8Reproductive system and development w solutions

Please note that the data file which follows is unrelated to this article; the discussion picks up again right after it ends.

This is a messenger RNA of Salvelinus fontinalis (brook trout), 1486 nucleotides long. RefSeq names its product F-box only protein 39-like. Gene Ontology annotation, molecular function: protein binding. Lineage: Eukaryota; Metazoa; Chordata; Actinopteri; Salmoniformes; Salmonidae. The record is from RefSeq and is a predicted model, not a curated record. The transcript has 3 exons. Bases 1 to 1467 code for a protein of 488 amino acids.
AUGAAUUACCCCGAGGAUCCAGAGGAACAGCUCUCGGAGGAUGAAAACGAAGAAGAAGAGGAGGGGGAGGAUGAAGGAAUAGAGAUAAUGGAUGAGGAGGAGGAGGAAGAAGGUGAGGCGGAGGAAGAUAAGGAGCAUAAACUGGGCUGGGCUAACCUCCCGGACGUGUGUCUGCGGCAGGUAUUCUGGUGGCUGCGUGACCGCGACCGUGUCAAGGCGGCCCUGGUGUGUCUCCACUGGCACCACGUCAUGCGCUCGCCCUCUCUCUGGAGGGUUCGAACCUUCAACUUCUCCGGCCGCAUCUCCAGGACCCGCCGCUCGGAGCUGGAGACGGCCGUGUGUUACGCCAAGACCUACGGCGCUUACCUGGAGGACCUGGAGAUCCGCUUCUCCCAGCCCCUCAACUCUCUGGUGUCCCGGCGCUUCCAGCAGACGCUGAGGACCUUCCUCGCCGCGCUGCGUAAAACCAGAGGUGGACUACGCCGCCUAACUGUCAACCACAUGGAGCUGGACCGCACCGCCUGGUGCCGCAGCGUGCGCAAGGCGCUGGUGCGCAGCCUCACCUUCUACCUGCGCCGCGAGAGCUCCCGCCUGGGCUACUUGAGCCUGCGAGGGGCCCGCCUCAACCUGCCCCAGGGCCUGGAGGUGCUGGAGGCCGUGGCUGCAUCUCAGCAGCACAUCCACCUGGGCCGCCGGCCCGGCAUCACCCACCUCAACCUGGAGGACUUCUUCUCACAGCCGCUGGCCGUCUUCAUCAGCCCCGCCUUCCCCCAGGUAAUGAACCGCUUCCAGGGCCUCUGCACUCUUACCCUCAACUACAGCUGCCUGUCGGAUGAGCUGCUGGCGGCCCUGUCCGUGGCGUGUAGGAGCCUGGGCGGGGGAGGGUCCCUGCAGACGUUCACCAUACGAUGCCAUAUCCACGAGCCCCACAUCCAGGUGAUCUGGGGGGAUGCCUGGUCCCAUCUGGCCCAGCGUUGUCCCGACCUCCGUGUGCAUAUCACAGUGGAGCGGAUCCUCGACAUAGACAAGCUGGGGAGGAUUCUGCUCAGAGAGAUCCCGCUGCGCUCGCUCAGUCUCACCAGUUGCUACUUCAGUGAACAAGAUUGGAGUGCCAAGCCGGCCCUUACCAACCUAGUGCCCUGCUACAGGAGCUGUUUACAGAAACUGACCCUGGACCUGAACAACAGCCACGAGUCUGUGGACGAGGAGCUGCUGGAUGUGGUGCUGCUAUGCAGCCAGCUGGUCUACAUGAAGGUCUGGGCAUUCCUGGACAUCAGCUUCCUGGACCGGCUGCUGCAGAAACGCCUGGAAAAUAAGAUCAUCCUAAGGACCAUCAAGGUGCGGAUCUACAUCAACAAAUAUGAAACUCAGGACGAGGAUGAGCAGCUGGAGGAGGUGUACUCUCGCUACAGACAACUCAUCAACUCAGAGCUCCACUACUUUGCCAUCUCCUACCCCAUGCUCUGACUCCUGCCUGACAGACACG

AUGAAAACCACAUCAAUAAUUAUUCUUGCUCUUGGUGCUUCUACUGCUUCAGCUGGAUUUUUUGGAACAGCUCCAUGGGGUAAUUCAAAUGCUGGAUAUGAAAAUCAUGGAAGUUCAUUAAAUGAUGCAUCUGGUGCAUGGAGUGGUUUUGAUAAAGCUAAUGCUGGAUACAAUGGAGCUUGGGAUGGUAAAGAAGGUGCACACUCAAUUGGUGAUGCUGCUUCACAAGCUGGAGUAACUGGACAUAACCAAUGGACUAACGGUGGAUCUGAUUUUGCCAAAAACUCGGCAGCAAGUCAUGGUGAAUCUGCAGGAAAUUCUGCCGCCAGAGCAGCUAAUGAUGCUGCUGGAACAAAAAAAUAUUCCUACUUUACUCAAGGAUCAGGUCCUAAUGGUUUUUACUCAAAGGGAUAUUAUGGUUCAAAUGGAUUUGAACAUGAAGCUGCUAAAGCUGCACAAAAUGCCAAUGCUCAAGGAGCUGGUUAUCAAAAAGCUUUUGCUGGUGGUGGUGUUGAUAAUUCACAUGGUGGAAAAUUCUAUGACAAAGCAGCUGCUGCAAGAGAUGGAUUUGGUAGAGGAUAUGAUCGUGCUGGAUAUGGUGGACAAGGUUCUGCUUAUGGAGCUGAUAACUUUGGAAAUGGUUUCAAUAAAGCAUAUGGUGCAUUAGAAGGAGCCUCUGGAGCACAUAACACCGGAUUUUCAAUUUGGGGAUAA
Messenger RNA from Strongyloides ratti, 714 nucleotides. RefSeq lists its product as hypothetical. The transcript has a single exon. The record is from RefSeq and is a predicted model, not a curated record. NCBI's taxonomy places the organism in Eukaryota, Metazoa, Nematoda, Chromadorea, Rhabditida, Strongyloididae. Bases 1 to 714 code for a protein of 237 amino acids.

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BIOLOGY TOPICAL: Reproductive System and Development Test Time: 21 Minutes* Number of Questions: 16 * The timing restrictions for the science topical tests are optional If you are using this test for the sole purpose of content reinforcement, you may want to disregard the time limit MCAT DIRECTIONS: Most of the questions in the following test are organized into groups, with a descriptive passage preceding each group of questions Study the passage, then select the single best answer to each question in the group Some of the questions are not based on a descriptive passage; you must also select the best answer to these questions If you are unsure of the best answer, eliminate the choices that you know are incorrect, then select an answer from the choices that remain Indicate your selection by blackening the corresponding circle on your answer sheet A periodic table is provided below for your use with the questions PERIODIC TABLE OF THE ELEMENTS H 1.0 He 4.0 Li 6.9 Be 9.0 B 10.8 C 12.0 N 14.0 O 16.0 F 19.0 10 Ne 20.2 11 Na 23.0 12 Mg 24.3 13 Al 27.0 14 Si 28.1 15 P 31.0 16 S 32.1 17 Cl 35.5 18 Ar 39.9 19 K 39.1 20 Ca 40.1 21 Sc 45.0 22 Ti 47.9 23 V 50.9 24 Cr 52.0 25 Mn 54.9 26 Fe 55.8 27 Co 58.9 28 Ni 58.7 29 Cu 63.5 30 Zn 65.4 31 Ga 69.7 32 Ge 72.6 33 As 74.9 34 Se 79.0 35 Br 79.9 36 Kr 83.8 37 Rb 85.5 38 Sr 87.6 39 Y 88.9 40 Zr 91.2 41 Nb 92.9 42 Mo 95.9 43 Tc (98) 44 Ru 101.1 45 Rh 102.9 46 Pd 106.4 47 Ag 107.9 48 Cd 112.4 49 In 114.8 50 Sn 118.7 51 Sb 121.8 52 Te 127.6 53 I 126.9 54 Xe 131.3 55 Cs 132.9 56 Ba 137.3 57 La * 138.9 72 Hf 178.5 73 Ta 180.9 74 W 183.9 75 Re 186.2 76 Os 190.2 77 Ir 192.2 78 Pt 195.1 79 Au 197.0 80 Hg 200.6 81 Tl 204.4 82 Pb 207.2 83 Bi 209.0 84 Po (209) 85 At (210) 86 Rn (222) 87 Fr (223) 88 Ra 226.0 89 Ac † 227.0 104 Unq (261) 105 Unp (262) 106 Unh (263) 107 Uns (262) 108 Uno (265) 109 Une (267) * 58 Ce 140.1 59 Pr 140.9 60 Nd 144.2 61 Pm (145) 62 Sm 150.4 63 Eu 152.0 64 Gd 157.3 65 Tb 158.9 66 Dy 162.5 67 Ho 164.9 68 Er 167.3 69 Tm 168.9 70 Yb 173.0 71 Lu 175.0 † 90 Th 232.0 91 Pa (231) 92 U 238.0 93 Np (237) 94 Pu (244) 95 Am (243) 96 Cm (247) 97 Bk (247) 98 Cf (251) 99 Es (252) 100 Fm (257) 101 Md (258) 102 No (259) 103 Lr (260) GO ON TO THE NEXT PAGE as developed by Reproductive System and Development Test Passage I (Questions 1–5) The process of sex differentiation involves the development of male or female characteristics, including differentiation of the gonads, the internal reproductive tract, and the external genitalia In mammals, the male genotype is XY and the female genotype is XX It is the Y chromosome that acts as the male determinant In its absence, development follows the female pathway The first sign of male differentiation is the appearance of Sertoli cells in the 7th week of pregnancy Sertoli cells are thought to influence the differentiation of other cell types in the male reproductive system Therefore, the riddle of sex determination can largely be reduced to the trigger that results in the appearance of Sertoli cells Recent studies indicate that the SRY gene, located on the Y chromosome, is expressed in Sertoli cell precursors, directing them toward the Sertoli-cell pathway away from the default follicle-cell pathway Under the influence of the SRY gene, the fetal testis develops In the absence of the SRY gene, the ovaries develop Subsequent differences between the sexes are largely due to Müllerian-inhibiting substance (MIS) and testosterone, both synthesized by the fetal testis MIS is responsible for the regression of the Müllerian ducts, while testosterone promotes the development of the Wolffian duct system into the male reproductive tract (vas deferens, seminal vesicles, etc.) In females, the absence of MIS and testosterone results in the formation of the female reproductive tract (oviducts, uterus, and vagina) In genotypic males, if the fetal testis fails to produce MIS or testosterone, the female reproductive structures develop At puberty, testosterone directs the development of male external genitalia and secondary sex characteristics External sex characteristics are masculinized in the presence of testosterone and feminized in its absence Which of the following evidence best supports the theory that SRY is the male-determining gene? A The discovery of an SRY homolog on the X chromosome B The SRY gene is activated in the fetus during the first trimester of pregnancy C The SRY gene is expressed only in male sex cells D The existence of an XY individual who has feminized external genitalia One type of male pseudohermaphrodite is an XY individual with both testes and female external genitalia, due to the absence of testosterone Which of following is most likely true of such an individual? A Neither Wolffian nor Müllerian ducts are present B The sex cells are diploid, carrying both X and Y chromosomes C The SRY gene is not functional D A male pseudohermaphrodite is capable of selffertilization Based on information in the passage, it can be inferred that an XO individual: A cannot survive B will have immature, ambiguous (both male and female) reproductive structures C will be phenotypically female D does not produce steroid hormones GO ON TO THE NEXT PAGE KAPLAN MCAT Testosterone probably promotes development of the Wolffian structures into the male reproductive tract by: A binding to testosterone receptors on the surface of its target cells B effecting cellular changes via a second messenger, such as cAMP C entering the nuclei of its target cells and activating specific genes D inhibiting Müllerian duct developments thereby indirectly promoting the development of male structures What is the probability that the second child produced by a genotypically and phenotypically normal couple will be female, if their first child was male? A B C D 25% 50% 75% 100% GO ON TO THE NEXT PAGE as developed by Reproductive System and Development Test Passage II (Questions 6–11) Endometriosis, a common cause of female sterility, is a condition in which endometrial tissue grows in locations outside the uterus, typically within the pelvic cavity This abnormal endometrial tissue is nearly identical to that of the uterine endometrium, and is under the influence of the same ovarian hormones Therefore, abnormal endometrial tissue periodically menstruates This leads to an extensive accumulation of blood that causes the development of fibrous tissue (fibrosis) throughout the pelvis Fibrosis can enshroud the ovaries as well as block the fallopian tubes There are three theories as to the cause of endometriosis The first, known as the regurgitation theory, postulates that endometriosis is the result of backflow of menstrual tissue through the fallopian tubes The second, the metaplastic theory, proposes that coelomic epithelium (the lining of the abdominal cavity) is transformed into abnormal endometrial tissue The third theory, known as the vascular or lymphatic dissemination theory, suggests that endometrial glands are transported from the uterus to other locations by the circulatory or lymphatic systems Women suffering from endometriosis usually experience severe pelvic pain and painful menstruation Treatment depends on the age and health of the patient, as well as her desire to have children One possible treatment is the pharmacological suppression of ovarian hormone function to arrest the activity of the abnormal tissue Another course of action is the surgical removal of as much of the abnormal tissue as possible Suppose that a woman with endometriosis takes estrogen and progesterone pills continually to suppress ovarian hormone function One event of the reproductive cycle that will nonetheless occur is: A B C D secretion of gonadotropin-releasing hormone implantation of the ovum atrophy of the corpus luteum thickening of the endometrium Endometrial tissue has been found in sites distant from the pelvic cavity, including the lungs and the nasal mucosa Which of the theories is consistent with this information? I Regurgitation theory II Metaplastic theory III Vascular or lymphatic dissemination theory A B C D I only III only I and III only II and III only In 25–50% of cases of female infertility, endometriosis is diagnosed as the underlying cause The most likely reason that a woman with endometriosis becomes infertile is that: The periodic bleeding of the non-uterine endometrial tissue is directly induced by which of the following hormonal changes? A B C D Increased secretion of FSH and LH Decreased secretion of FSH and LH Increased secretion of estrogen and progesterone Decreased secretion of estrogen and progesterone A the ovum cannot enter the fallopian tubes B the zygote becomes implanted in abnormal endometrial tissue C ovarian hormone function is suppressed D ovulation cannot occur GO ON TO THE NEXT PAGE KAPLAN MCAT It is known that retrograde menstruation through the fallopian tubes is common even in healthy women It can therefore be inferred that if the regurgitation theory is correct, then: A endometriosis is probably the result of differentiation of the coelomic epithelial lining B genetic, hormonal, or immunological factors are probably also involved in endometriosis C there must be a variety of conditions that cause irregular menstruation D endometriosis is a natural occurrence in the course of most women’s reproductive lives 1 In patients with endometriosis, the ovaries may become distorted by cystic spaces filled with brown blood debris Surgical removal of the ovaries would: A elicit the continuous production of LH and FSH B have little effect on endometrial tissue outside the uterus C only be possible during the second half of the patient’s monthly cycle D cause the production of all hormones in the reproductive cycle to be halted GO ON TO THE NEXT PAGE as developed by Reproductive System and Development Test Questions 12 through 16 are NOT based on a descriptive passage Smooth muscle develops from which of the following germ layers? A B C D Endoderm Mesoderm Epiderm Ectoderm In a chick embryo, some ectodermal cells develop into wing feathers, while others develop into thigh feathers or claws of the feet A researcher transplants cells from an area of the ectoderm that normally develops into wing feathers to an area of the ectoderm that normally develops into claws of the feet The transplanted cells subsequently developed into claws because: A B C D the fate of the cells had already been determined ectodermal cells possess positional information the cells were induced by underlying mesoderm ectodermal cells can develop into any type of tissue When a sperm cell penetrates the corona radiata and the zona pellucida of a secondary oocyte in the process of fertilization, the nucleus of the oocyte divides into a mature ovum and a polar body Which of the following indicates that this division is part of meiosis II, NOT meiosis I or mitosis? A The division is not preceded by DNA replication B There are 23 pairs of chromosomes in the secondary oocyte prior to division C The polar body contains the haploid number of chromosomes D Each chromosome in the mature ovum consists of two sister chromatids In the placenta, fetal blood has a P O of only 30 mmHg while maternal blood has a PO2 of 50 mmHg, yet fetal blood can transport nearly as much oxygen to the fetal tissues as maternal blood can transport to the maternal tissues Which of the following does NOT account for this phenomenon? A The concentration of fetal hemoglobin in fetal blood is greater than the concentration of adult hemoglobin in adult blood B Fetal hemoglobin has a greater affinity for oxygen than does maternal hemoglobin for a given PO2 C The newborn begins to produce adult hemoglobin after birth D The capacity of both fetal and adult hemoglobin to carry oxygen decreases as PCO2 increases All of the following are functions of the placenta EXCEPT: A secretion of human chorionic gonadotropin B active absorption of nutrients from the mother’s blood C excretion of carbon dioxide into the mother’s blood D protection of the fetus from drugs and toxins END OF TEST KAPLAN MCAT ANSWER KEY: B A C C B 10 D D B A B 11 12 13 14 15 A B C D A 16 C as developed by Reproductive System and Development Test REPRODUCTIVE SYSTEM AND DEVELOPMENT TEST TRANSCRIPT Passage (Questions 1-5) The correct answer is choice B Step back a second and think about what you know In order for the SRY gene to be the male-determining gene, it must be expressed only in males, and it must be expressed in the right cells, at the right time Choice A suggests that the discovery of an SRY homolog on the X chromosome would support the role of the SRY gene as the male-determinant The term "homolog" refers to a gene on the X chromosome that corresponds to the SRY gene on the Y chromosome The existence of such a homolog would mean that the SRY gene is not specific to males, and is therefore most likely not the male-determining gene Thus, choice A would not support the SRY gene theory On the other hand, determining that the SRY gene is activated during the first trimester of pregnancy (weeks through 12) would support the SRY gene theory You're told in the second paragraph that the first sign of differentiation is the appearance of Sertoli cells in the 7th week of pregnancy Therefore, the male-determining gene must be activated prior to this event, and so choice B fits this timeline Since the question asks for the piece of evidence which best supports the theory, we need to check the other choices to see if one provides stronger evidence According to the passage, the fetal-testis develops normally under the influence of the SRY gene, which is expressed in the precursors of Sertoli cells, which are autosomal, and hence diploid, cells Finding that the SRY gene was expressed only in the male sex cells, a.k.a sperm, as in choice C, would most contradict the theory proposed in the passage So, choice C is wrong I'm sure you were tempted by choice C it sounds like a logical choice But remember, sperm are not produced until puberty! Choice D presents an interesting situation: an XY individual, that is, a genotypic male, who has feminized external genitalia despite the presence of the Y chromosome An individual who carries the SRY gene and yet does not develop masculine external genitalia neither supports nor weakens the SRY gene theory What most likely happened is that the fetal testis in this XY individual was unable to produce testosterone and therefore the differentiation of the external genitalia followed the female pathway during development So, choice B is the correct answer The correct answer is choice A A pseudohermaphrodite is an individual with the genetic makeup and gonads of one sex and the genitalia of the other The fetal testis normally produces two developmentally important hormones, testosterone and MIS The testosterone causes the Wolffian ducts to develop and the MIS causes the Müllerian ducts to regress The question stem tells you that the testes developed but that no testosterone is produced You can assume then that the fetal testis did produce MIS, because you're not told otherwise So, the MIS, which is produced, causes the Müllerian ducts to regress, while the Wolffian ducts, in the absence of testosterone, fail to develop Thus, choice A is correct Choice B is wrong because an individual's sex cells are not key players in his or her own embryonic sexual differentiation Sex cells are the haploid cells produced during gametogenesis Gametes are the sperm and ova that might someday unite to form a zygote Diploid sex cells carrying both the X and Y genes can be formed as the result of a nondisjunction event during meiosis So though it is possible for a sperm cell to carry both sex genes, a male's sperm cells, normal or abnormal, not influence embryonic development in any way, especially since sperm is not formed until puberty Choice C says that a nonfunctional SRY gene is the culprit, yet you know that this can't be true because he has testes So, choice C is wrong As for choice D: a pseudohermaphrodite is not a true hermaphrodite Pseudohermaphrodites not have both testes and ovaries Besides the fact that mammals are not naturally capable of self-fertilization, the process would require both sperm and an ovum, as well as a fully functioning penis, vagina, uterus, ovaries and testes Clearly, choice D is not even within the realm of the possible Again, choice A is the correct answer Choice C is correct For this question, outside knowledge would have served you well but was not required You might be familiar with Turner's syndrome A Turner's female has the genotype XO She carries only one X and does not mature sexually, but she is clearly female Turner's patients have what is known as "streak gonads," or undeveloped gonads These individuals are often shorter than normal and may have varying degrees of mental development problems So, choice C is the right answer: XO individuals are phenotypically female But you didn't need this outside knowledge to answer this question An XO individual does not have the Y chromosome and will therefore follow the female differentiation pathway of development Choice A is an extreme answer choice never say never unless the passage clearly warrants such a definitive statement, which it does not, in this case As a rule on the MCAT, stay away from answer choices that include "absolutes" such as always, never, and cannot, etc As we have just discussed, XO individuals survive It is interesting to note though, that experts in human genetics believe that XO embryos are more common than previously suspected, but most of these embryos die early in development Choice B asserts that an XO individual will have both male and female reproductive structures, but as we are told in the passage, without the Y chromosome, and specifically, without the SRY gene, there will be no testes development, and thus no male differentiation So, choice B is wrong Choice D is also incorrect because the sex steroids are not the only kind of steroid hormones, and the gonads are not the only site of steroid synthesis Other steroid hormones include aldosterone and cortisol of the corticoid family, and the members of the progestogen family, like progesterone The adrenal gland synthesizes androgens as well as the corticoid hormones Again, choice C is the right answer The correct answer is choice C Question is actually an outside knowledge question, requiring you to recall information about the mechanisms of steroid hormone action Recall that steroid hormones are relatively small, hydrophobic KAPLAN MCAT molecules and pass through cell membranes by diffusion Steroids bind their receptor proteins inside the cell to form steroidreceptor complexes The binding of the hormone changes the receptor's conformation and increases the receptor's affinity for DNA This complex is now considered "activated" and is able to bind to specific genes in the nucleus and regulate their transcription Choice C, then, correctly describes testosterone's bind to receptors embedded in the plasma membrane They are able to effect changes on the inside of the cell with the help of "second messengers," such as cAMP cAMP exerts its effects on the cell mainly by activating an enzyme that then causes a cascade of events resulting in cellular changes Choice D is wrong because testosterone does not inhibit Müllerian duct development and does promote the development of male structures Again, choice C is the correct answer Choice B is the correct answer This is your basic Mendelian genetics question, phrased in a way that might have tricked some of you into thinking this question was harder than it actually is During any individual pregnancy, the probability that the child will be male or female is 50-50, regardless of the sex of the previous child Even if a woman had given birth to 10 girls, her 11th child would still have only a 50% chance of being a girl Genotypically normal males produce sperm with either the X or Y chromosome, in a 50-50 proportion, while genotypically normal females produce ova with the X chromosome 100% of the time There is a 50% chance that a sperm carrying the X chromosome will fertilize the X-carrying ova, and a 50% chance that the fertilizing will be done by a sperm carrying a Y Thus, there is a 50% chance the fetus will be female, and a 50% chance it'll be male So, choice B is the correct answer Passage II (Questions 6-11) The correct answer is choice D Since the passage states that endometrial tissue outside the uterus is under the control of the same ovarian hormones that cause changes in the uterine endometrium, you can assume that the abnormal endometrial tissue will menstruate for the same reason as normal endometrium does Menstruation occurs when there is a sudden reduction in the levels of secretion of the ovarian hormones estrogen and progesterone This occurs approximately two weeks after ovulation Progesterone, in particular, is essential for the maintenance of the endometrium; the drop in progesterone causes the endometrium to slough off in menstruation A decrease in the secretion of progesterone and estrogen, therefore, is the hormonal change that induces the sloughing of the endometrial tissue outside the uterus Therefore, choice C is wrong and choice D is correct Follicle-stimulating hormone (FSH) and luteinizing hormone (LH) are gonadotropic hormones secreted by the anterior pituitary gland FSH causes maturation of ovarian follicles in women, while LH stimulates ovulation and formation of the corpus luteum, which develops from the ruptured ovarian follicle So, choices A and B are wrong Again, choice D is the right answer The correct answer is D Women on the pill are taking estrogen and progesterone, but not continuously At the appropriate time in their monthly cycle, the women either stop taking the pills, or take placebo pills instead This allows menstruation to occur and a new cycle to begin If they didn't, the high level of progesterone would prevent the endometrium from ever breaking down and sloughing off This is precisely why these hormones are used continuously to treat a patient with endometriosis: when estrogen and progesterone, in particular, are maintained at high levels, the abnormal endometrial tissue thickens but does not slough off and the bleeding is prevented Remember, it is the secretion of progesterone and estrogen following ovulation that causes the thickening of the endometrium in preparation for embryo implantation, and it is the decline in their secretion that causes menstruation Thus, choice D is the right answer Since progesterone also inhibits the secretion of gonadotropin-releasing hormone (GnRH), choice A has to be ruled out Inhibiting GnRH in turn inhibits the secretion of LH and FSH, so the high level of progesterone in a woman being treated for endometriosis does not allow the reproductive cycle to begin again as it would in a normal female The surge of LH that is essential in causing ovulation cannot occur either; therefore, there can be no "implantation of the ovum" (choice B) or "atrophy of the corpus luteum" (choice C) Again, choice D is the correct answer The correct answer is choice B Consider what each of the theories postulates is the source of the abnormal endometrial tissue The regurgitation theory holds that the tissue comes from menstrual backflow through the fallopian tubes Although this suffices as an explanation of the presence of endometrial tissue outside the uterus in the pelvic cavity, menstrual backflow could not possibly be the source of endometrial glands in the lungs or nasal mucosa The same line of reasoning can be leveled at the metaplastic theory: if the source of abnormal tissue were the lining of the abdominal cavity, one certainly wouldn't expect to find endometrial tissue as far away as the nasal mucosa Having ruled out options I and II, we have one option, III, and one choice, B, remaining The vascular or lymphatic dissemination theory, in contrast to the others, does provide a way to explain how endometrial tissue could be found so far away from the pelvic cavity; endometrial glands could be carried to the lungs, nose, or lymph nodes by the circulatory or lymphatic system This makes choice B the right answer The correct answer is choice A When fibrous tissue covers the ovaries and blocks the fallopian tubes, an ovum expelled from a follicle during ovulation will not be able to enter one of the fallopian tubes The ovum cannot come into 10 as developed by Reproductive System and Development Test contact with sperm, which means that fertilization cannot occur This is why women suffering from endometriosis are often infertile So, choice B is wrong, and choice A is correct Ovarian hormone function, choice C, is not suppressed in a woman with endometriosis until she starts to undergo drug treatment, so this could not be the cause of her infertility Inability to ovulate, choice D, is the most common cause of female sterility, but a woman with endometriosis can have normal ovulation and still be infertile Thus, choices C and D are wrong Again, choice A is the right answer 10 The correct answer is choice B You are asked to draw a conclusion based on two assumptions: 1) even normal women have regular menstrual backflow through the fallopian tubes; and 2) the regurgitation theory is correct in that endometriosis is the result of menstrual backflow If menstrual backflow through the fallopian tubes causes endometriosis, then why don't all women with menstrual backflow develop it? There must be something more involved; that is, there must be some factor or factors that make one woman prone to endometriosis and another woman resistant to it The factor or factors contributing to susceptibility are likely to be genetic or hormonal or immunological, so choice B is correct None of the other choices provides an answer to the puzzle of why only certain women would develop endometriosis from menstrual backflow Choice A has to with the metaplastic theory, not the regurgitation theory, so it's wrong There is nothing in the question to indicate that there are a "variety of conditions that cause irregular menstruation" based on the two assumptions mentioned earlier, so choice C is wrong too Endometriosis may be relatively common, but it obviously does not develop in "most women," so choice D is out Again, choice B is the right answer 11 The correct answer is choice A The removal of the ovaries would leave the woman devoid of estrogen and progesterone, a condition identical to that experienced by a normal woman after the menopause The menstrual cycle would cease altogether The lack of ovarian hormones would, contrary to the assertion of choice B, have a marked effect on all endometrial tissue It would no longer go through the cycle of thickening, secretory development, and sloughing off if the ovum is not fertilized Thus, choice B is wrong In the absence of estrogen and progesterone, there would be no inhibition of GnRH, LH, and FSH, so they would be produced in continuous quantities (this occurs at the menopause in the normal woman) This makes choice A the correct answer On the other hand, there is no reason to think that surgical removal must be limited to any time in the woman's monthly cycle, so choice C is clearly not the best answer Choice D is wrong because only the ovarian hormones would no longer be produced upon removal of the ovaries Production of the gonadotropic hormones LH and FSH is considerable increased due to the absence of negative feedback Again, choice A is the correct answer Discretes (Questions 12-16) 12 The correct answer is choice B Let's review the fate of each of the three embryonic germ layers Endoderm, choice A, develops into the epithelial lining of the digestive and respiratory tracts and parts of the liver, pancreas, thyroid and bladder Mesoderm, choice B, develops into the musculoskeletal system, the circulatory system, the excretory system, gonads, and the outer coverings of internal organs Epiderm, also known as epidermis, choice C, is not an embryonic germ layer, but rather the layer of the skin that overlies the dermis Ectoderm, choice D, develops into the brain and nervous system, the lens of the eye, the inner ear, hair and nails, sweat glands, the lining of the nose and mouth, and the epidermis of the skin Since mesoderm is responsible for the differential development of smooth muscle, choice B is the correct answer 13 The correct answer is choice C As the question stem illustrates, ectodermal cells have the potential at least in the embryonic state to develop into more than one type of tissue In the experiment, development of the ectodermal cells was influenced by changing their location, which means, contrary to choice A, that the fate of the cells had not yet been determined If the transplanted cells had developed into wing feathers instead of claws, it would indicate that the fate of the cells had been determined So, choice A is wrong The location of those ectodermal cells is so important because ectodermal cell development is induced by the underlying mesodermal cells, which send out chemical substances known as inducers that are specific to the position of the mesoderm This means that it's the mesoderm, not the ectoderm itself, that determines which types of cells are produced at this stage of development So, choice B is wrong and choice C is right While this may seem a bit counterintuitive, you might not have known that the underlying mesoderm has already differentiated, and that is why it is able to send out very specific signals to the overlying ectoderm, which is still undifferentiated Choice D can be ruled out because the assumption that ectodermal cells can develop into any type of tissue is not only wrong (see the explanation to the previous question), but it does not explain why location influences the development of the transplanted ectodermal cells Again, choice C is the correct answer 14 The correct answer is choice D The placenta performs quite a few important functions, and you should be familiar with them for the MCAT Choice A can be eliminated because the placenta does secrete human chorionic gonadotropin (hCG) the hormone that preserves the corpus luteum and thus the corpus luteum's production of estrogen and progesterone Note that the trophoblast cells of the developing embryo secrete hCG in quantities detectable in the blood to days after ovulation, around the time of implantation In fact, the presence of hCG is often used as a pregnancy detector Choice B is wrong because certain nutrients are actively absorbed from the maternal blood in the placenta, particularly during the first half KAPLAN 11 MCAT of pregnancy As for choice C, the only means that the fetus has of excreting carbon dioxide is through the placental membrane into the mother's blood However, the placenta is permeable to many drugs and toxins This creates the risk of abnormal development of the fetus consider the growth retardation of an infant with fetal alcohol syndrome or the low birth weights associated with infants whose mothers smoked during pregnancy Thus, choice D is the right answer 15 The correct answer is choice A Both mitosis and meiosis I are preceded by DNA replication, but meiosis II, the second stage of gametogenesis, is not Choice B is wrong because there are 23 pairs of chromosomes prior to meiosis I, not meiosis II The statement in choice C, that the polar body contains the haploid number of chromosomes, may be true, but it does not prove that the division was meiosis II and not meiosis I When a primary oocyte completes meiosis I, it yields a secondary oocyte and a polar body that also contains the haploid number of chromosomes So, choice C is wrong Choice D is wrong because after meiosis II, each of the chromosomes in the mature ovum consists of only one of the original sister chromatid pair Again, choice A is the right answer 16 The correct answer is choice C Choices A and B are not that tricky: the fact that fetal blood delivers almost the same amount of oxygen to fetal tissues as does maternal blood to the mother's tissues, despite a lower PO2 in the placenta, can clearly be explained by the fact that there is more fetal hemoglobin in fetal blood than there is adult hemoglobin in maternal blood and that fetal hemoglobin can carry more oxygen than maternal blood can for a given PO2 The latter occurs because fetal hemoglobin has a greater affinity for oxygen than does adult hemoglobin Remember that the hemoglobin-oxygen dissociation curve of fetal hemoglobin is to the left of that of adult hemoglobin Eliminating choice D requires a bit more thought The Bohr effect is the term used to describe hemoglobin's decreased capacity to carry oxygen as PCO2 increases So what does this mean in terms of the placenta? Well, fetal blood entering the placenta has a high concentration of CO2, most of which diffuses into the maternal blood in order to be delivered to the lungs for expulsion This means that, in the placenta, there is a higher PCO2 in the maternal blood than in the fetal blood Thus, the capacity of fetal hemoglobin to hold onto oxygen will be greater than the capacity of adult hemoglobin to hold onto oxygen So, while the capacity of both fetal and adult hemoglobin to transport oxygen is affected by PCO2, the effect is such that more oxygen is forced from the maternal blood, while enhancing the transport of oxygen in the fetal blood Thus, choice D is wrong So this leaves us with choice C Now while it is true that adult hemoglobin is produced after birth, this does not even come close to explaining how fetal blood transports as much oxygen as it does before birth So, choice C is our right answer 12 as developed by ... drugs and toxins END OF TEST KAPLAN MCAT ANSWER KEY: B A C C B 10 D D B A B 11 12 13 14 15 A B C D A 16 C as developed by Reproductive System and Development Test REPRODUCTIVE SYSTEM AND DEVELOPMENT. .. digestive and respiratory tracts and parts of the liver, pancreas, thyroid and bladder Mesoderm, choice B, develops into the musculoskeletal system, the circulatory system, the excretory system, ... Ectoderm, choice D, develops into the brain and nervous system, the lens of the eye, the inner ear, hair and nails, sweat glands, the lining of the nose and mouth, and the epidermis of the skin Since